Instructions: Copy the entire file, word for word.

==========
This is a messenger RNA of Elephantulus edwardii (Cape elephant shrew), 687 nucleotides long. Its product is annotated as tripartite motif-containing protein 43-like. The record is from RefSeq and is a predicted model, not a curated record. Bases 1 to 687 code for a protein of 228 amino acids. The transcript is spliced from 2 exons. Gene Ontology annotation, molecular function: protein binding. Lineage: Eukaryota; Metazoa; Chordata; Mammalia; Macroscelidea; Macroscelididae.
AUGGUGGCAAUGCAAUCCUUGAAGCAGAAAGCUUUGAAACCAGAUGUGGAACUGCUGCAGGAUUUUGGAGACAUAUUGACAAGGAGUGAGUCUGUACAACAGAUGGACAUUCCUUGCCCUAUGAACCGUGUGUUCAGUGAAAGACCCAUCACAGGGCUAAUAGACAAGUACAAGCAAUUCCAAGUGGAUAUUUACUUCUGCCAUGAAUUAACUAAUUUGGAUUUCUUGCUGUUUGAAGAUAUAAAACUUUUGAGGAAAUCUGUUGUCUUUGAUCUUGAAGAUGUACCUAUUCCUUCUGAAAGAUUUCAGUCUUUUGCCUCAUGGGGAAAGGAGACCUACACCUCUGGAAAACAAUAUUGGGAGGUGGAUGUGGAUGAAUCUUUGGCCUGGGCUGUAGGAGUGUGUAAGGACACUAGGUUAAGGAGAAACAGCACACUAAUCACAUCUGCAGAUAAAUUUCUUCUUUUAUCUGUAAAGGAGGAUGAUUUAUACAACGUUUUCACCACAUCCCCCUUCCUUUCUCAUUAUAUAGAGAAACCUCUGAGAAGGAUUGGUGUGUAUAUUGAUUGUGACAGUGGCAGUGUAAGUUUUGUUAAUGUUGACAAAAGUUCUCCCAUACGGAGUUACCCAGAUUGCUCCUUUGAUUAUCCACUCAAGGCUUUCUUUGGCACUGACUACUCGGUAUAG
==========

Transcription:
This is a messenger RNA of Elephantulus edwardii (Cape elephant shrew), 687 nucleotides long. Its product is annotated as tripartite motif-containing protein 43-like. The record is from RefSeq and is a predicted model, not a curated record. Bases 1 to 687 code for a protein of 228 amino acids. The transcript is spliced from 2 exons. Gene Ontology annotation, molecular function: protein binding. Lineage: Eukaryota; Metazoa; Chordata; Mammalia; Macroscelidea; Macroscelididae.
AUGGUGGCAAUGCAAUCCUUGAAGCAGAAAGCUUUGAAACCAGAUGUGGAACUGCUGCAGGAUUUUGGAGACAUAUUGACAAGGAGUGAGUCUGUACAACAGAUGGACAUUCCUUGCCCUAUGAACCGUGUGUUCAGUGAAAGACCCAUCACAGGGCUAAUAGACAAGUACAAGCAAUUCCAAGUGGAUAUUUACUUCUGCCAUGAAUUAACUAAUUUGGAUUUCUUGCUGUUUGAAGAUAUAAAACUUUUGAGGAAAUCUGUUGUCUUUGAUCUUGAAGAUGUACCUAUUCCUUCUGAAAGAUUUCAGUCUUUUGCCUCAUGGGGAAAGGAGACCUACACCUCUGGAAAACAAUAUUGGGAGGUGGAUGUGGAUGAAUCUUUGGCCUGGGCUGUAGGAGUGUGUAAGGACACUAGGUUAAGGAGAAACAGCACACUAAUCACAUCUGCAGAUAAAUUUCUUCUUUUAUCUGUAAAGGAGGAUGAUUUAUACAACGUUUUCACCACAUCCCCCUUCCUUUCUCAUUAUAUAGAGAAACCUCUGAGAAGGAUUGGUGUGUAUAUUGAUUGUGACAGUGGCAGUGUAAGUUUUGUUAAUGUUGACAAAAGUUCUCCCAUACGGAGUUACCCAGAUUGCUCCUUUGAUUAUCCACUCAAGGCUUUCUUUGGCACUGACUACUCGGUAUAG